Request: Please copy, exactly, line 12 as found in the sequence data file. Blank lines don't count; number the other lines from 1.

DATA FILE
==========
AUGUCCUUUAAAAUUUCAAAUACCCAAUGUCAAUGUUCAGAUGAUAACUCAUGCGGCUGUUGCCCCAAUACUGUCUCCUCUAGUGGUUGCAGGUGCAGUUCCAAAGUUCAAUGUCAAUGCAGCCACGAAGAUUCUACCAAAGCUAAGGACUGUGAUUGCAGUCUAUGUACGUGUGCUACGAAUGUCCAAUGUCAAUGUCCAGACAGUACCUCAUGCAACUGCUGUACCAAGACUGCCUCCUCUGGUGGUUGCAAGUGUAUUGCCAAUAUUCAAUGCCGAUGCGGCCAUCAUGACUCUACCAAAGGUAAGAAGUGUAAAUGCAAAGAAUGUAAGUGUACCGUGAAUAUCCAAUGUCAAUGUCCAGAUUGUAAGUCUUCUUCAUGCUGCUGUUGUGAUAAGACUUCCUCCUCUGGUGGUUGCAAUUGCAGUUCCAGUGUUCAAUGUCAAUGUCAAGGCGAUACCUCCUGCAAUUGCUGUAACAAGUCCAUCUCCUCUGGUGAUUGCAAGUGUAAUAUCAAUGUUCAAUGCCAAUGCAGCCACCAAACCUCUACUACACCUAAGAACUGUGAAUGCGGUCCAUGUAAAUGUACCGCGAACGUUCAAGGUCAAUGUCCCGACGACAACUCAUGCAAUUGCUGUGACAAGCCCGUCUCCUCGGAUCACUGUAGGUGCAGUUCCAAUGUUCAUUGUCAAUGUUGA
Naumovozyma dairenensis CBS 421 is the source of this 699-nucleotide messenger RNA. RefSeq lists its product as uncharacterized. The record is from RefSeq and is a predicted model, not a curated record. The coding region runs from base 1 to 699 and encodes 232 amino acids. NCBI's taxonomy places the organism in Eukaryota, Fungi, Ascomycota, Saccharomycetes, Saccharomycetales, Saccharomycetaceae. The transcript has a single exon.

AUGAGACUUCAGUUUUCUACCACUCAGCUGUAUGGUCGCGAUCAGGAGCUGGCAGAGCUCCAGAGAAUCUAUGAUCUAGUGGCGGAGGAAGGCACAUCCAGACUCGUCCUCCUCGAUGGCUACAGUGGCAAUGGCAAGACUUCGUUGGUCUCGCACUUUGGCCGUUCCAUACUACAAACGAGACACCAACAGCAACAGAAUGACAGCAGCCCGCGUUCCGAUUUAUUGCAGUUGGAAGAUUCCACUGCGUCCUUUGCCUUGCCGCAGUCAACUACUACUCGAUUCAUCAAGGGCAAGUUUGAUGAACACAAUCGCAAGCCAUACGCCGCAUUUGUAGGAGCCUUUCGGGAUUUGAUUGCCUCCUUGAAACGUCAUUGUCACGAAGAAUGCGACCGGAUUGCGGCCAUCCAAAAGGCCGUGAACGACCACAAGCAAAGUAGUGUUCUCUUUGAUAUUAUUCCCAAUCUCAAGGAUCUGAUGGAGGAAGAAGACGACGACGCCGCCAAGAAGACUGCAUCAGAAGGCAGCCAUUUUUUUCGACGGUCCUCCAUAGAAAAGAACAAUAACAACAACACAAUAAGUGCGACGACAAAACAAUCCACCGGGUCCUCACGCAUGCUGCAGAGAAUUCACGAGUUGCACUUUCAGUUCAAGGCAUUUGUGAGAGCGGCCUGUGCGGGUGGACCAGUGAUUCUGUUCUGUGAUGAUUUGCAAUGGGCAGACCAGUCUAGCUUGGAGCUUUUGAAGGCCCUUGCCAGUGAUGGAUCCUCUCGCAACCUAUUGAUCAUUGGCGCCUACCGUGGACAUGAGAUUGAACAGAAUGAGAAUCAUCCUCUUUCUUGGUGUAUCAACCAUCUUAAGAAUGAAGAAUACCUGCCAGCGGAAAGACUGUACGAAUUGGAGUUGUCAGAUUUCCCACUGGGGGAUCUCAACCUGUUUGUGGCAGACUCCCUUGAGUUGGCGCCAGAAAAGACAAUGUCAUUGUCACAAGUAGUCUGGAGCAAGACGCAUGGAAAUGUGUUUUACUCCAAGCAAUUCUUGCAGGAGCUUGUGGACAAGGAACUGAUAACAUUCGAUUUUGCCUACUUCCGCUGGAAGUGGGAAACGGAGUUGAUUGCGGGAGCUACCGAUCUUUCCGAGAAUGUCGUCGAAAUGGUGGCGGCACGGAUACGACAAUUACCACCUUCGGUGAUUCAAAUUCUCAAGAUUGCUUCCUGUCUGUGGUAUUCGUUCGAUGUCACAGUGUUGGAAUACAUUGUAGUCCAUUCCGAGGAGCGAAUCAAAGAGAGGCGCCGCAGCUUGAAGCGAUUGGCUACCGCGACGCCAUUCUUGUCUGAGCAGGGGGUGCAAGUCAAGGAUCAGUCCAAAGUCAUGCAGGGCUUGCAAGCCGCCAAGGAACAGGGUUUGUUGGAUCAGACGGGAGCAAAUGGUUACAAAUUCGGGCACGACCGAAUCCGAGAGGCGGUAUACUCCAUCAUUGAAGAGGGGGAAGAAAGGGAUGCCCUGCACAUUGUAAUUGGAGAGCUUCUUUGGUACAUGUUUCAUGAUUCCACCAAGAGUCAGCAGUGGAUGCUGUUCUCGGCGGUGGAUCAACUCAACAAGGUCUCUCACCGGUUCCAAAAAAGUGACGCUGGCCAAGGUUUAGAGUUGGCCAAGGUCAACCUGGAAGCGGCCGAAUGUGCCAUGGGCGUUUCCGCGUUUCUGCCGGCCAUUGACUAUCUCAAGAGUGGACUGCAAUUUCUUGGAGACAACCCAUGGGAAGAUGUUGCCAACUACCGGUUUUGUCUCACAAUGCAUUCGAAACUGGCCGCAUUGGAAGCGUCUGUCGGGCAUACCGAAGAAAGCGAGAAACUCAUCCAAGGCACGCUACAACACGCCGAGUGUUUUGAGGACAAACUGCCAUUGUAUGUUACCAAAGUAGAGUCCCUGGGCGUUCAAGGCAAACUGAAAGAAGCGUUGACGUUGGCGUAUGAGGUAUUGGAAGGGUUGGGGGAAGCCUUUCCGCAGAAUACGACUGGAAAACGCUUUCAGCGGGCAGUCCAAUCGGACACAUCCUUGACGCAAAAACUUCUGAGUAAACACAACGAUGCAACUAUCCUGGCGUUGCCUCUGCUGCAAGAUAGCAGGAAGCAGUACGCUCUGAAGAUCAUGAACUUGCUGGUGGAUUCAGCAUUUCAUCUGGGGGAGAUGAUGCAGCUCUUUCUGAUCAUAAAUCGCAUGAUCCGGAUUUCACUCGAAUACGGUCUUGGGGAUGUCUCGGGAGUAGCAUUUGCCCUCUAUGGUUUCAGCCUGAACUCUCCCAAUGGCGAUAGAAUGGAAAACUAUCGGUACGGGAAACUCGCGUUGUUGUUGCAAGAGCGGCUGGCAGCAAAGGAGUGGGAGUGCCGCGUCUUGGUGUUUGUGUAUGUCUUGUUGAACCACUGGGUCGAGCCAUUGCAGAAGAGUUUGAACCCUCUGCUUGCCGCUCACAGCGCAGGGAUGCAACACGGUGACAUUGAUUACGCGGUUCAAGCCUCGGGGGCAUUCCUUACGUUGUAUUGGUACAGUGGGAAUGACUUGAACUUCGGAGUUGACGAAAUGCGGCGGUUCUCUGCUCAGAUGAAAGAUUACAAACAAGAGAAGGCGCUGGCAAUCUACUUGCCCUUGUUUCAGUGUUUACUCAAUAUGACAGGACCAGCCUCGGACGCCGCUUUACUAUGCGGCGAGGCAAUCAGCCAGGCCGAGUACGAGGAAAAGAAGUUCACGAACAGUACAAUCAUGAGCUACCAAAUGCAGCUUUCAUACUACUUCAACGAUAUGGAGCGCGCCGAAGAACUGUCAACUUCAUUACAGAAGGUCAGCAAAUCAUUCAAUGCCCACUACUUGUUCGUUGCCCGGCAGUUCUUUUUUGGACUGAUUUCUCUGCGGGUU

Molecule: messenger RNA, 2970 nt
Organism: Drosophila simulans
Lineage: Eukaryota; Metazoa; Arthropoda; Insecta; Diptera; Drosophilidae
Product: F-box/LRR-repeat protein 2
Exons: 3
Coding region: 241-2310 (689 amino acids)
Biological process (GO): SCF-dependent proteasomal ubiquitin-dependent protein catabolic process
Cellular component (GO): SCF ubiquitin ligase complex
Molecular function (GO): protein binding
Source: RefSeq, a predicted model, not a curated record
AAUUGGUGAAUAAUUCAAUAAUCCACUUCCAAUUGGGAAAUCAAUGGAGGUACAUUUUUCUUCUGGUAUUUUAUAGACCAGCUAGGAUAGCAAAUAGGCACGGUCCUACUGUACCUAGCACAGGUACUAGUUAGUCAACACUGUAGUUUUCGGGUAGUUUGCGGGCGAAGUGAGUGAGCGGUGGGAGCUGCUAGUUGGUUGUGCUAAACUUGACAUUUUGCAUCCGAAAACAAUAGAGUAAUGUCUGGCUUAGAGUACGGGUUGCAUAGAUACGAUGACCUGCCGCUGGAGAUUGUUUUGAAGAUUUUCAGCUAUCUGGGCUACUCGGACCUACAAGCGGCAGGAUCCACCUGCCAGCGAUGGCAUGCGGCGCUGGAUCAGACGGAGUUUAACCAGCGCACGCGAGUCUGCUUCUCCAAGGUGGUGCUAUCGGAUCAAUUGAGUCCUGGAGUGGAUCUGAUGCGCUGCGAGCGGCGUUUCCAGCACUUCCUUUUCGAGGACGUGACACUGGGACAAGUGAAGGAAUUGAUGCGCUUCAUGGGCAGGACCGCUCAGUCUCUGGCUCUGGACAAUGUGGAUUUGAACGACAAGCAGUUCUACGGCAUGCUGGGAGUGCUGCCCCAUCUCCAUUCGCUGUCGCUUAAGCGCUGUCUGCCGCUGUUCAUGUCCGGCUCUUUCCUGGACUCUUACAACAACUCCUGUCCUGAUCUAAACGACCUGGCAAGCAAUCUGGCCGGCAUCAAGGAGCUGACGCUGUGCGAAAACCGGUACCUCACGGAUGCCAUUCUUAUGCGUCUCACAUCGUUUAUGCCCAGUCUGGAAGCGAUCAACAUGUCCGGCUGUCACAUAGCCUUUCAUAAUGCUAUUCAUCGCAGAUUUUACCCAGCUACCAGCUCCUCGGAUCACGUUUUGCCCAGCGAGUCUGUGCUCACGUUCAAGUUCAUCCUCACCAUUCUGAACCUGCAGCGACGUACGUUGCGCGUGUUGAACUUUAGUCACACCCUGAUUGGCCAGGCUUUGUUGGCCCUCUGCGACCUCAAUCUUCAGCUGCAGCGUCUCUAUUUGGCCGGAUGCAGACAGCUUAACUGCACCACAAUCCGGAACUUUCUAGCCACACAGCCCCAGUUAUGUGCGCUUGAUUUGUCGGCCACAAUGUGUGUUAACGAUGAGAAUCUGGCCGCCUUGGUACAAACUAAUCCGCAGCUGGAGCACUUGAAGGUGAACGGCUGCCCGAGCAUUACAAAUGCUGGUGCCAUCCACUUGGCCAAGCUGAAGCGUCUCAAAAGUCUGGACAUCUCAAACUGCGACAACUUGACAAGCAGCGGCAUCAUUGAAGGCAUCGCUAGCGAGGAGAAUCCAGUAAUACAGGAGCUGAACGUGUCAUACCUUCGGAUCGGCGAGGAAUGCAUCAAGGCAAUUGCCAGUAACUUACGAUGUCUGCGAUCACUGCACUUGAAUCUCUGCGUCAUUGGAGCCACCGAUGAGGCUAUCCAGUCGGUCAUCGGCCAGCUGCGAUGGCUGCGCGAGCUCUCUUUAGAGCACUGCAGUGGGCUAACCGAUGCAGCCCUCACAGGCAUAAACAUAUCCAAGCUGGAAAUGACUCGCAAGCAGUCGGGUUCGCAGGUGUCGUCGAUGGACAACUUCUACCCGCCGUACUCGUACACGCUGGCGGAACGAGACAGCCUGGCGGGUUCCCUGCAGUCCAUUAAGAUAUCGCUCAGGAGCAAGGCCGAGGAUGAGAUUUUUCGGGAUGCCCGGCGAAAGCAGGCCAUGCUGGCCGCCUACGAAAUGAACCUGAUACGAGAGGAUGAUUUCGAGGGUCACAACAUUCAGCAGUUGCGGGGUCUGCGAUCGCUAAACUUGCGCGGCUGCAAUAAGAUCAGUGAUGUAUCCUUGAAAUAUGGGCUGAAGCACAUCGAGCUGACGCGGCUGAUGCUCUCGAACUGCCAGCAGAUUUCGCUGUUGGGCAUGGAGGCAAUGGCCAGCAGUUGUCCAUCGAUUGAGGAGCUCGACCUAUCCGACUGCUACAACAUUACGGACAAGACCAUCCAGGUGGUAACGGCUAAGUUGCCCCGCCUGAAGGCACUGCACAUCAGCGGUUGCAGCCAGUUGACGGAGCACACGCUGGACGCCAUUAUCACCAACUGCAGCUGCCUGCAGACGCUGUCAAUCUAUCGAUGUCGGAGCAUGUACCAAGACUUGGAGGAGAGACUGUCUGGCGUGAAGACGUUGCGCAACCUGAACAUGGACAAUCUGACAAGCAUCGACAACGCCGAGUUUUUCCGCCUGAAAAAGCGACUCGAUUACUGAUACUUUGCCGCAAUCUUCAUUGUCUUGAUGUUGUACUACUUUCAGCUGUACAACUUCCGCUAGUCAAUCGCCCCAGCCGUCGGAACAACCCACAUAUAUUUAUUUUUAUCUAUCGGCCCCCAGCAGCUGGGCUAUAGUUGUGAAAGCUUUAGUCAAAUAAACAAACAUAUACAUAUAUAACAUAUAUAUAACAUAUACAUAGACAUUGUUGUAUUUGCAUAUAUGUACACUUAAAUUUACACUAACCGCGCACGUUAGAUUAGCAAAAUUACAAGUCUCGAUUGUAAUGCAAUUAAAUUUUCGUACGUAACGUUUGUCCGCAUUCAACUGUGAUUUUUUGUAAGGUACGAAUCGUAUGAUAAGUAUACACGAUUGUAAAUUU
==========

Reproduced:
Molecular function (GO): protein binding